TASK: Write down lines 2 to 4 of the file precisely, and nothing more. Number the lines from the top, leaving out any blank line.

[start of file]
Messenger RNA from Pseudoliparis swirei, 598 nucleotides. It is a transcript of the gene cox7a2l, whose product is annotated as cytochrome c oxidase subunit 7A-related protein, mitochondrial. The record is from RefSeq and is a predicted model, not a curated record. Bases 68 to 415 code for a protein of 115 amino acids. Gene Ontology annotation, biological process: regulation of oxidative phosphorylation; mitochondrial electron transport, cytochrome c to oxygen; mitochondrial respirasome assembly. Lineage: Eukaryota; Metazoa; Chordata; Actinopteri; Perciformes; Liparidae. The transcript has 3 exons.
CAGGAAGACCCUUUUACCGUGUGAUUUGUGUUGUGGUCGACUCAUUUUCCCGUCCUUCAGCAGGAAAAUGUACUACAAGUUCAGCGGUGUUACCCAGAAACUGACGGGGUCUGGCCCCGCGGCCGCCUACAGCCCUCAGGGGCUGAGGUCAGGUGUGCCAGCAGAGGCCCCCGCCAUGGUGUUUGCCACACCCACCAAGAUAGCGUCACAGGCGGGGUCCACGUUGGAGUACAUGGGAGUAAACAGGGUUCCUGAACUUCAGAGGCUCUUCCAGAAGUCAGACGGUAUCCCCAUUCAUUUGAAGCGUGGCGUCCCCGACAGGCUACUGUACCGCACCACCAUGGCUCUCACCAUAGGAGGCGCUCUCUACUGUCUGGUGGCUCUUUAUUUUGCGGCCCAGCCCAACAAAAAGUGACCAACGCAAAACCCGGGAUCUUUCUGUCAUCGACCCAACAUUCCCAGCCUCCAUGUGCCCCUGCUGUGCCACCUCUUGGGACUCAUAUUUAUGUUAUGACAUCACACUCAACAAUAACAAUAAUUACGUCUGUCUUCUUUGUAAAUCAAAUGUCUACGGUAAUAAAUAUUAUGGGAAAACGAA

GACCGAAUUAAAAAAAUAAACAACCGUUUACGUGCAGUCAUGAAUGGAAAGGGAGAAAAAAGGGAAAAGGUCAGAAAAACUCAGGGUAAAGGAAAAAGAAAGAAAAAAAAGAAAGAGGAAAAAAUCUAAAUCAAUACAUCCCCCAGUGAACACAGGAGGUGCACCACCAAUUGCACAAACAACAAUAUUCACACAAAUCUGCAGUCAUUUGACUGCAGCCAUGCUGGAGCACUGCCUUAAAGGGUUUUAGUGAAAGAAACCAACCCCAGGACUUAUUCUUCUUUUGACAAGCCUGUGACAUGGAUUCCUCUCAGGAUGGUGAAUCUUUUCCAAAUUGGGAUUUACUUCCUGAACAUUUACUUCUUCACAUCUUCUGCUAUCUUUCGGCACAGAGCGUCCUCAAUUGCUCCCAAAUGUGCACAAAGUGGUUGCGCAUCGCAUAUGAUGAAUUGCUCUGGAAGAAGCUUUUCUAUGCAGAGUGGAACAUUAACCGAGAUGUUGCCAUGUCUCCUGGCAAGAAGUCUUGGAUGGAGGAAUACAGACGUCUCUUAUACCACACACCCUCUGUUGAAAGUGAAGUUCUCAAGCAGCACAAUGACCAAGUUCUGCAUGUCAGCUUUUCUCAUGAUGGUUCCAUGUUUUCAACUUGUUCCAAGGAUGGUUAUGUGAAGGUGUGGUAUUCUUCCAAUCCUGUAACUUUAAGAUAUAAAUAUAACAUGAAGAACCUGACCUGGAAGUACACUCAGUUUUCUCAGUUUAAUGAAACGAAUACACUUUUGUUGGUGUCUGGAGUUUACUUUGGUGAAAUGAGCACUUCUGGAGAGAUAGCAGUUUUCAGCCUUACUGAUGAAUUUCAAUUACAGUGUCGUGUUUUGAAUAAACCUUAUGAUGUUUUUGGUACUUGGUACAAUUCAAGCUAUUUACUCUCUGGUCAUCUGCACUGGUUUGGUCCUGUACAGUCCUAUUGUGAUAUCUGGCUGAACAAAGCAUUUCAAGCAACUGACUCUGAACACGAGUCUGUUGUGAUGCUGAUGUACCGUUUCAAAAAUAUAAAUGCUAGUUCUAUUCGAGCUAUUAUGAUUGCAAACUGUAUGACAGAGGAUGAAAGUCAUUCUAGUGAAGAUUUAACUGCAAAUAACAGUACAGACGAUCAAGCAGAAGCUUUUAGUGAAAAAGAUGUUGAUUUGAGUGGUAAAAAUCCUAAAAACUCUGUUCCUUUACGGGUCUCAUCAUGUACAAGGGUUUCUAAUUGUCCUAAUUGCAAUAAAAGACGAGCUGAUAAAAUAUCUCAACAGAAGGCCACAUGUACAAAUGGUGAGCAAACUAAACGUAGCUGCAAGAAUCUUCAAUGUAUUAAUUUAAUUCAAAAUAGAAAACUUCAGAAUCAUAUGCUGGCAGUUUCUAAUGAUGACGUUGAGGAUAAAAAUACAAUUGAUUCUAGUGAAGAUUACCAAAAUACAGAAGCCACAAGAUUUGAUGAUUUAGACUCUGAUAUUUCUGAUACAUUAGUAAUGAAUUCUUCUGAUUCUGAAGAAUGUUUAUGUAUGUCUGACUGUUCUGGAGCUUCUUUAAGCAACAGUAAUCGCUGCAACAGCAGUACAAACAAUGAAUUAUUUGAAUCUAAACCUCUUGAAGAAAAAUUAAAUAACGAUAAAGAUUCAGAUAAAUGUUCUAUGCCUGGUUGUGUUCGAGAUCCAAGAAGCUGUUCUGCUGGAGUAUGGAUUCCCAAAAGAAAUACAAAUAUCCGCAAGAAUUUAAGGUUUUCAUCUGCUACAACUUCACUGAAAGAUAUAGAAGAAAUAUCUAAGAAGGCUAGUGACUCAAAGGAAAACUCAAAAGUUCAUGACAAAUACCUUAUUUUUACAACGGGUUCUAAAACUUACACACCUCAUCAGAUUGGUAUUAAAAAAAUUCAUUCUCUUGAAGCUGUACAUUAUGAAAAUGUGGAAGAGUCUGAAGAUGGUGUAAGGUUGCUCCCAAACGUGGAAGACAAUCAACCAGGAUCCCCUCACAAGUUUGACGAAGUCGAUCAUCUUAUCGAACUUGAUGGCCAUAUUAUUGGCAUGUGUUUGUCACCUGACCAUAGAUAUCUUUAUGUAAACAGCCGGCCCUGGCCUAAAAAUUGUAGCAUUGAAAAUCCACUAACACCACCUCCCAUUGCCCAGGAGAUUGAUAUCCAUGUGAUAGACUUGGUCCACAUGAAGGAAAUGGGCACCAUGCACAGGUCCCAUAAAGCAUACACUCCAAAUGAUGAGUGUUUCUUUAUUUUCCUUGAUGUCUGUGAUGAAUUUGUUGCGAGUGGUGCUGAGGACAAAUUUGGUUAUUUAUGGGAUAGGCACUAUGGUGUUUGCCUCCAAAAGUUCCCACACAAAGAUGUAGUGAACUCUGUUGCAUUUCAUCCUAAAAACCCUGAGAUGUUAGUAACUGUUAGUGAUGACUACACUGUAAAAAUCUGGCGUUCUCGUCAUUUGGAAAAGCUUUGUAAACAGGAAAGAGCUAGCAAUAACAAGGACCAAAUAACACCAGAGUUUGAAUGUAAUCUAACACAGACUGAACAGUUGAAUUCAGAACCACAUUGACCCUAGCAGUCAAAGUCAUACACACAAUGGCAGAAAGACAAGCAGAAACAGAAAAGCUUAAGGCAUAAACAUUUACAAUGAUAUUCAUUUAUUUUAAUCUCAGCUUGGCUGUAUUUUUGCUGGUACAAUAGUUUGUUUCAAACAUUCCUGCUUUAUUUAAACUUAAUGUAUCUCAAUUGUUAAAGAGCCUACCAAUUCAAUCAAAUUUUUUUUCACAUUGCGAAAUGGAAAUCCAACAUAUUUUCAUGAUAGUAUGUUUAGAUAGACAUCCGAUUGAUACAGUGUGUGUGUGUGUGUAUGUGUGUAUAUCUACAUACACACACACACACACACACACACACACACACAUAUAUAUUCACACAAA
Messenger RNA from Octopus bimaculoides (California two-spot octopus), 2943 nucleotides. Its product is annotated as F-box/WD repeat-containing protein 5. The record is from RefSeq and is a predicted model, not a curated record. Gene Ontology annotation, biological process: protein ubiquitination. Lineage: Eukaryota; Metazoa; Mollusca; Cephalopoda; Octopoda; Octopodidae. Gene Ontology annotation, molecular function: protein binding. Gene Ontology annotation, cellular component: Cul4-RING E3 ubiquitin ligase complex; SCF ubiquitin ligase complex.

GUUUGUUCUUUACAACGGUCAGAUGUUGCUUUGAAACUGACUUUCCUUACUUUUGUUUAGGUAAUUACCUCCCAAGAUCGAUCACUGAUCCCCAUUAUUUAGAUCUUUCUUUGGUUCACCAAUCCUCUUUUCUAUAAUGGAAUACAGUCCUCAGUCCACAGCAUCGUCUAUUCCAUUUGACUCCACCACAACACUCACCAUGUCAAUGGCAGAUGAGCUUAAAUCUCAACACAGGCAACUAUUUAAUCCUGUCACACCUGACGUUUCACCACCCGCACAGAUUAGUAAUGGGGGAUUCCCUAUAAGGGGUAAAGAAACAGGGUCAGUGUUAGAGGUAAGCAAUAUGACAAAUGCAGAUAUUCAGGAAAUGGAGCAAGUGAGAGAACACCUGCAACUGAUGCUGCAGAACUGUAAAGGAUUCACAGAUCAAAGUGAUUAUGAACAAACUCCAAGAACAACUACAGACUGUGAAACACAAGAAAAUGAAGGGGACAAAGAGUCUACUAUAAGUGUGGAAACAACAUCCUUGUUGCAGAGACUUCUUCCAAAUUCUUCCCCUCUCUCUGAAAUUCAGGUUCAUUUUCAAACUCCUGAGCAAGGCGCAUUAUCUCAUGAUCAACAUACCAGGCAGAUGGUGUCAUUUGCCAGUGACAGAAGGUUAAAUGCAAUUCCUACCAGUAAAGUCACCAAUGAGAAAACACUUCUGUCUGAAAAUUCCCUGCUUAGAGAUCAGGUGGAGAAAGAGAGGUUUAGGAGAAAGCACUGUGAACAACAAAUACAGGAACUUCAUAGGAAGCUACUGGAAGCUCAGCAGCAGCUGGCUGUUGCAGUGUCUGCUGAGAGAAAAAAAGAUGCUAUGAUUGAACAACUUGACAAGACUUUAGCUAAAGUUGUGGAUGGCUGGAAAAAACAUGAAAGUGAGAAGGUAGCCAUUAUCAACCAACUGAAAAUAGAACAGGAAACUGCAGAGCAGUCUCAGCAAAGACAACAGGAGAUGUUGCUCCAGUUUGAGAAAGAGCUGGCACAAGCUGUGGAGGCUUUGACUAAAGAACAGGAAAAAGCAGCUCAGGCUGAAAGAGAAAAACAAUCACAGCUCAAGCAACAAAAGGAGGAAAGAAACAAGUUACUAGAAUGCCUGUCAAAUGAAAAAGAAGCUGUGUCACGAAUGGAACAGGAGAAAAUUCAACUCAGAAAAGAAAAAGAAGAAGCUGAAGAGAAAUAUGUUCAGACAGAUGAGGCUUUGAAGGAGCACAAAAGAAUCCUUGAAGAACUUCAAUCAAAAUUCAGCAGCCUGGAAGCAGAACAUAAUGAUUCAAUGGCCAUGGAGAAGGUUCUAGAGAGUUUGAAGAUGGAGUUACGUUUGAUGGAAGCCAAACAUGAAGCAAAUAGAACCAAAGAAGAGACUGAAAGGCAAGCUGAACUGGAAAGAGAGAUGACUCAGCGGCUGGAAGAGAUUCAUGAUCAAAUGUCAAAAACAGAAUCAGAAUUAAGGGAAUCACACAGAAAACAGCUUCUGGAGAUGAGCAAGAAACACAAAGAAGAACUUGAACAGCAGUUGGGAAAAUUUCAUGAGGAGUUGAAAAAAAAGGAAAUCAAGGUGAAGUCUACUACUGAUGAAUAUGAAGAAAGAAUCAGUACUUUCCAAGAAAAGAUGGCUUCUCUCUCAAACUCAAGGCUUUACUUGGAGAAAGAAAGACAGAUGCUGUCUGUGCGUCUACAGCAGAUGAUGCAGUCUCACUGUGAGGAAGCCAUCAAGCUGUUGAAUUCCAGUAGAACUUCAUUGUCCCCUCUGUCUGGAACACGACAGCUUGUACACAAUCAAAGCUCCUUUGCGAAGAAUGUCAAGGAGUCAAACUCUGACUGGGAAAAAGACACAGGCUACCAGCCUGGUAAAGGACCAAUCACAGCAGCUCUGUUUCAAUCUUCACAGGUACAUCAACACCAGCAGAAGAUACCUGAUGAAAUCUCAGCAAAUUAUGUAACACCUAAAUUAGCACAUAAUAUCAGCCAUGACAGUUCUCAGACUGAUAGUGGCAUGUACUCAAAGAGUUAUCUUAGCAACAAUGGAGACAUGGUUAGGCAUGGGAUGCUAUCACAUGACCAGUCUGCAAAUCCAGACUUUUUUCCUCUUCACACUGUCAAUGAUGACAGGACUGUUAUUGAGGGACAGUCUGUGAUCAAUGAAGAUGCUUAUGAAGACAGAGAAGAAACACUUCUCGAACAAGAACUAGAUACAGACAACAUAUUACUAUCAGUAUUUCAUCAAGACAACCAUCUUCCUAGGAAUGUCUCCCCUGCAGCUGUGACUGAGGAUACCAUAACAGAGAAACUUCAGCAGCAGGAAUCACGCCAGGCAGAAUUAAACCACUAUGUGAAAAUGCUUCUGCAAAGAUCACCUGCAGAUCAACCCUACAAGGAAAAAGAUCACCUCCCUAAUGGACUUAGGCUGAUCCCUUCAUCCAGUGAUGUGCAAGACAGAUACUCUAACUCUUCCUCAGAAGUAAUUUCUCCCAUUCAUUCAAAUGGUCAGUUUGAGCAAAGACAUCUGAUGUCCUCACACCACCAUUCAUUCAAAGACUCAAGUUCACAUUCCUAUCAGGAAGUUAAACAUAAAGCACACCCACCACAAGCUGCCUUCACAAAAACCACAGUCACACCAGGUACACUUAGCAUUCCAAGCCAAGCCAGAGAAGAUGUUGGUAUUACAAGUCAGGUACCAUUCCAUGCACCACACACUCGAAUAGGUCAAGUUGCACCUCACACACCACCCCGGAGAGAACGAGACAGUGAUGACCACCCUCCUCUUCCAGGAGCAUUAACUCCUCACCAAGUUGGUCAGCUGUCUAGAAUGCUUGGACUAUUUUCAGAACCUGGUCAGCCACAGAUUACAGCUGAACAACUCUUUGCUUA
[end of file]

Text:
CAGGAAGACCCUUUUACCGUGUGAUUUGUGUUGUGGUCGACUCAUUUUCCCGUCCUUCAGCAGGAAAAUGUACUACAAGUUCAGCGGUGUUACCCAGAAACUGACGGGGUCUGGCCCCGCGGCCGCCUACAGCCCUCAGGGGCUGAGGUCAGGUGUGCCAGCAGAGGCCCCCGCCAUGGUGUUUGCCACACCCACCAAGAUAGCGUCACAGGCGGGGUCCACGUUGGAGUACAUGGGAGUAAACAGGGUUCCUGAACUUCAGAGGCUCUUCCAGAAGUCAGACGGUAUCCCCAUUCAUUUGAAGCGUGGCGUCCCCGACAGGCUACUGUACCGCACCACCAUGGCUCUCACCAUAGGAGGCGCUCUCUACUGUCUGGUGGCUCUUUAUUUUGCGGCCCAGCCCAACAAAAAGUGACCAACGCAAAACCCGGGAUCUUUCUGUCAUCGACCCAACAUUCCCAGCCUCCAUGUGCCCCUGCUGUGCCACCUCUUGGGACUCAUAUUUAUGUUAUGACAUCACACUCAACAAUAACAAUAAUUACGUCUGUCUUCUUUGUAAAUCAAAUGUCUACGGUAAUAAAUAUUAUGGGAAAACGAA

GACCGAAUUAAAAAAAUAAACAACCGUUUACGUGCAGUCAUGAAUGGAAAGGGAGAAAAAAGGGAAAAGGUCAGAAAAACUCAGGGUAAAGGAAAAAGAAAGAAAAAAAAGAAAGAGGAAAAAAUCUAAAUCAAUACAUCCCCCAGUGAACACAGGAGGUGCACCACCAAUUGCACAAACAACAAUAUUCACACAAAUCUGCAGUCAUUUGACUGCAGCCAUGCUGGAGCACUGCCUUAAAGGGUUUUAGUGAAAGAAACCAACCCCAGGACUUAUUCUUCUUUUGACAAGCCUGUGACAUGGAUUCCUCUCAGGAUGGUGAAUCUUUUCCAAAUUGGGAUUUACUUCCUGAACAUUUACUUCUUCACAUCUUCUGCUAUCUUUCGGCACAGAGCGUCCUCAAUUGCUCCCAAAUGUGCACAAAGUGGUUGCGCAUCGCAUAUGAUGAAUUGCUCUGGAAGAAGCUUUUCUAUGCAGAGUGGAACAUUAACCGAGAUGUUGCCAUGUCUCCUGGCAAGAAGUCUUGGAUGGAGGAAUACAGACGUCUCUUAUACCACACACCCUCUGUUGAAAGUGAAGUUCUCAAGCAGCACAAUGACCAAGUUCUGCAUGUCAGCUUUUCUCAUGAUGGUUCCAUGUUUUCAACUUGUUCCAAGGAUGGUUAUGUGAAGGUGUGGUAUUCUUCCAAUCCUGUAACUUUAAGAUAUAAAUAUAACAUGAAGAACCUGACCUGGAAGUACACUCAGUUUUCUCAGUUUAAUGAAACGAAUACACUUUUGUUGGUGUCUGGAGUUUACUUUGGUGAAAUGAGCACUUCUGGAGAGAUAGCAGUUUUCAGCCUUACUGAUGAAUUUCAAUUACAGUGUCGUGUUUUGAAUAAACCUUAUGAUGUUUUUGGUACUUGGUACAAUUCAAGCUAUUUACUCUCUGGUCAUCUGCACUGGUUUGGUCCUGUACAGUCCUAUUGUGAUAUCUGGCUGAACAAAGCAUUUCAAGCAACUGACUCUGAACACGAGUCUGUUGUGAUGCUGAUGUACCGUUUCAAAAAUAUAAAUGCUAGUUCUAUUCGAGCUAUUAUGAUUGCAAACUGUAUGACAGAGGAUGAAAGUCAUUCUAGUGAAGAUUUAACUGCAAAUAACAGUACAGACGAUCAAGCAGAAGCUUUUAGUGAAAAAGAUGUUGAUUUGAGUGGUAAAAAUCCUAAAAACUCUGUUCCUUUACGGGUCUCAUCAUGUACAAGGGUUUCUAAUUGUCCUAAUUGCAAUAAAAGACGAGCUGAUAAAAUAUCUCAACAGAAGGCCACAUGUACAAAUGGUGAGCAAACUAAACGUAGCUGCAAGAAUCUUCAAUGUAUUAAUUUAAUUCAAAAUAGAAAACUUCAGAAUCAUAUGCUGGCAGUUUCUAAUGAUGACGUUGAGGAUAAAAAUACAAUUGAUUCUAGUGAAGAUUACCAAAAUACAGAAGCCACAAGAUUUGAUGAUUUAGACUCUGAUAUUUCUGAUACAUUAGUAAUGAAUUCUUCUGAUUCUGAAGAAUGUUUAUGUAUGUCUGACUGUUCUGGAGCUUCUUUAAGCAACAGUAAUCGCUGCAACAGCAGUACAAACAAUGAAUUAUUUGAAUCUAAACCUCUUGAAGAAAAAUUAAAUAACGAUAAAGAUUCAGAUAAAUGUUCUAUGCCUGGUUGUGUUCGAGAUCCAAGAAGCUGUUCUGCUGGAGUAUGGAUUCCCAAAAGAAAUACAAAUAUCCGCAAGAAUUUAAGGUUUUCAUCUGCUACAACUUCACUGAAAGAUAUAGAAGAAAUAUCUAAGAAGGCUAGUGACUCAAAGGAAAACUCAAAAGUUCAUGACAAAUACCUUAUUUUUACAACGGGUUCUAAAACUUACACACCUCAUCAGAUUGGUAUUAAAAAAAUUCAUUCUCUUGAAGCUGUACAUUAUGAAAAUGUGGAAGAGUCUGAAGAUGGUGUAAGGUUGCUCCCAAACGUGGAAGACAAUCAACCAGGAUCCCCUCACAAGUUUGACGAAGUCGAUCAUCUUAUCGAACUUGAUGGCCAUAUUAUUGGCAUGUGUUUGUCACCUGACCAUAGAUAUCUUUAUGUAAACAGCCGGCCCUGGCCUAAAAAUUGUAGCAUUGAAAAUCCACUAACACCACCUCCCAUUGCCCAGGAGAUUGAUAUCCAUGUGAUAGACUUGGUCCACAUGAAGGAAAUGGGCACCAUGCACAGGUCCCAUAAAGCAUACACUCCAAAUGAUGAGUGUUUCUUUAUUUUCCUUGAUGUCUGUGAUGAAUUUGUUGCGAGUGGUGCUGAGGACAAAUUUGGUUAUUUAUGGGAUAGGCACUAUGGUGUUUGCCUCCAAAAGUUCCCACACAAAGAUGUAGUGAACUCUGUUGCAUUUCAUCCUAAAAACCCUGAGAUGUUAGUAACUGUUAGUGAUGACUACACUGUAAAAAUCUGGCGUUCUCGUCAUUUGGAAAAGCUUUGUAAACAGGAAAGAGCUAGCAAUAACAAGGACCAAAUAACACCAGAGUUUGAAUGUAAUCUAACACAGACUGAACAGUUGAAUUCAGAACCACAUUGACCCUAGCAGUCAAAGUCAUACACACAAUGGCAGAAAGACAAGCAGAAACAGAAAAGCUUAAGGCAUAAACAUUUACAAUGAUAUUCAUUUAUUUUAAUCUCAGCUUGGCUGUAUUUUUGCUGGUACAAUAGUUUGUUUCAAACAUUCCUGCUUUAUUUAAACUUAAUGUAUCUCAAUUGUUAAAGAGCCUACCAAUUCAAUCAAAUUUUUUUUCACAUUGCGAAAUGGAAAUCCAACAUAUUUUCAUGAUAGUAUGUUUAGAUAGACAUCCGAUUGAUACAGUGUGUGUGUGUGUGUAUGUGUGUAUAUCUACAUACACACACACACACACACACACACACACACACAUAUAUAUUCACACAAA
Messenger RNA from Octopus bimaculoides (California two-spot octopus), 2943 nucleotides. Its product is annotated as F-box/WD repeat-containing protein 5. The record is from RefSeq and is a predicted model, not a curated record. Gene Ontology annotation, biological process: protein ubiquitination. Lineage: Eukaryota; Metazoa; Mollusca; Cephalopoda; Octopoda; Octopodidae. Gene Ontology annotation, molecular function: protein binding. Gene Ontology annotation, cellular component: Cul4-RING E3 ubiquitin ligase complex; SCF ubiquitin ligase complex.